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People v. Grove

June 27, 2003

THE PEOPLE OF THE STATE OF ILLINOIS, PLAINTIFF-APPELLANT,
v.
WILLIAM E. GROVE, DEFENDANT-APPELLEE.



Appeal from the Circuit Court of Wayne County. No. 01-CF-36 Honorable David L. Underwood, Judge, presiding.

The opinion of the court was delivered by: Justice Chapman

As modified July 22, 2003.

THE PEOPLE OF THE STATE OF ILLINOIS, PLAINTIFF-APPELLANT,
v.
WILLIAM E. GROVE, DEFENDANT-APPELLEE.

Appeal from the Circuit Court of Wayne County. No. 01-CF-36 Honorable David L. Underwood, Judge, presiding.

Attorneys for Appellant: Hon. Kevin Kakac, Wayne County State's Attorney, Wayne County Courthouse, Fairfield, IL 62837; Norbert J. Goetten, Director, Stephen E. Norris, Deputy Director, Patrick D. Daly, Staff Attorney, Office of the State's Attorneys Appellate Prosecutor, Route 15 East, P.O. Box 2249, Mt. Vernon, IL 62864

Attorney for Appellee: Alan C. Downen, 204 North Washington Street, McLeansboro, IL 62859

The opinion of the court was delivered by: Justice Chapman

UNPUBLIHSED

The State charged the defendant, William E. Grove, with driving while his license was revoked (625 ILCS 5/6-303(d) (West 2000)), after a routine traffic stop for apparently driving a car without a valid registration. The defendant filed a motion to suppress the evidence, arguing that the police officer exceeded the permissible scope of the traffic stop by checking the defendant's license after discovering that the defendant's car registration was valid. The trial court granted the defendant's motion to suppress. The State appeals pursuant to Illinois Supreme Court Rule 604(a)(1) (188 Ill. 2d R. 604(a)(1)), arguing that the officer acted properly because checking a driver's license is standard procedure during a routine traffic stop. We reverse the trial court's ruling.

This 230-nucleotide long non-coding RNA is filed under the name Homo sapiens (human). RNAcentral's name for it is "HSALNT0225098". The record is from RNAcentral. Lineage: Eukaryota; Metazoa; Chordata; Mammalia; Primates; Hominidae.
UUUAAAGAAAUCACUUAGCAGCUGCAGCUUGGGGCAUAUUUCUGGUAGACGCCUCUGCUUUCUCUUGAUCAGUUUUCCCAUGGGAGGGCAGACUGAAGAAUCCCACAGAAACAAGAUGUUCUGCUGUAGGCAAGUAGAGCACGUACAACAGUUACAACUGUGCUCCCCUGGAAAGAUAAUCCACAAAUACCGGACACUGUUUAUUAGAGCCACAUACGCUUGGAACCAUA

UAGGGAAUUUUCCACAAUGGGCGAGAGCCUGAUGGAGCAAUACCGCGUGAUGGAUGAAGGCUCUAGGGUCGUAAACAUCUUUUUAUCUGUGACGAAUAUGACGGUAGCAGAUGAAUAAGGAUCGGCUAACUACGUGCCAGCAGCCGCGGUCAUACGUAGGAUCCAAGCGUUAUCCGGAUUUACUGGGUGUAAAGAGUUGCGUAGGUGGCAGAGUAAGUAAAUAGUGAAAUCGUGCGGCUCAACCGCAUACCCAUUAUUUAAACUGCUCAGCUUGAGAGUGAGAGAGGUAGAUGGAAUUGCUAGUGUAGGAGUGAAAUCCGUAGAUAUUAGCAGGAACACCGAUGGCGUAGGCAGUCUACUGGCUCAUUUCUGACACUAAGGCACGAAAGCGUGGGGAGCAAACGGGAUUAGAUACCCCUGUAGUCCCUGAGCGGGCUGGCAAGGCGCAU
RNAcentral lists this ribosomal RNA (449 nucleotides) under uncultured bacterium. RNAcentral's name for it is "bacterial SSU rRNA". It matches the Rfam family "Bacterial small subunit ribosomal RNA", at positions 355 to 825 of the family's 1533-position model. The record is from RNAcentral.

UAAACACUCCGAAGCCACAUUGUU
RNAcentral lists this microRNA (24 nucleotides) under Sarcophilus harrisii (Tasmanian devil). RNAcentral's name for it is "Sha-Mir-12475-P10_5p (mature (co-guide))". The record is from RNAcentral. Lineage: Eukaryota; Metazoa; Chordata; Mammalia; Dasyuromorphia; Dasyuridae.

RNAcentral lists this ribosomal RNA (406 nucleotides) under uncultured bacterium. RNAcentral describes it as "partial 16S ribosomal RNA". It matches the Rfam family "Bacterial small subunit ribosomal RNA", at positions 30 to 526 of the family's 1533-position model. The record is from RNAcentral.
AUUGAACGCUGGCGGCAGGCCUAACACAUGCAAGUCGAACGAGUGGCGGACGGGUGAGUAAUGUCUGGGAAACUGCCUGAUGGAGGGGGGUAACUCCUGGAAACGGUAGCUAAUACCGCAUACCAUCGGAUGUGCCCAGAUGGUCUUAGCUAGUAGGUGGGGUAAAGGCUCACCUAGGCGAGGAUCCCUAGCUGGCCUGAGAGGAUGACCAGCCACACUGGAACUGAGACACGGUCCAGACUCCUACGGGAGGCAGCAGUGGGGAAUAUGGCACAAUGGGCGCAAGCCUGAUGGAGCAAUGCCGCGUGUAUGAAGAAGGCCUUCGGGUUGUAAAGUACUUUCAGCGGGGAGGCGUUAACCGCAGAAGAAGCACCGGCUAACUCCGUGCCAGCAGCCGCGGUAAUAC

I. BACKGROUND

On February 3, 2001, at approximately 5:15 a.m., officer Jayson Murbarger observed the defendant's car. The registration tag was obscured by dust and dirt, so Officer Murbarger could not read it. To determine whether the defendant's registration was valid, Officer Murbarger checked the defendant's license plate number through a computer. While doing so, he followed the defendant's car. He estimated that he followed the defendant for approximately seven blocks. During this time, the defendant committed no traffic violations. The computer report indicated that defendant's registration had expired in November 1999 and that the license plate was registered to a car other than the car the defendant was driving. As a result of this information, Officer Murbarger stopped the defendant.

Officer Murbarger told the defendant the reason for the stop and asked him for his driver's license, registration, and proof of insurance. The defendant told the officer that he did have a valid registration for the car and gave him the requested documentation. Officer Murbarger took the documents back to his patrol car, where he looked at them and checked the defendant's driver's license number through the computer. Although the officer was not certain in which order he had looked at the documents, he unequivocally testified that he had requested all three at the same time. Upon inspecting the registration card, Officer Murbarger determined that it was valid for the car that the defendant was driving. At some point, he inspected the sticker on the defendant's plate and determined that it was valid as well, although he does not recall exactly when this occurred. As a result of checking the defendant's driver's license through the computer, Officer Murbarger discovered that it had been revoked. He issued the defendant a citation for that offense.

On February 9, 2001, the State charged the defendant by information with driving while license revoked (625 ILCS 5/6-303(d) (West 2000)). On July 12, 2001, the defendant filed a motion to suppress the evidence against him, contending that Officer Murbarger impermissibly extended the investigatory stop beyond the time needed to discover that his registration was valid. The court held a hearing on September 19, 2001, at which time it granted the defendant's motion to suppress. The State filed a motion to reconsider, which the court denied on November 14, 2001. The State filed a ...


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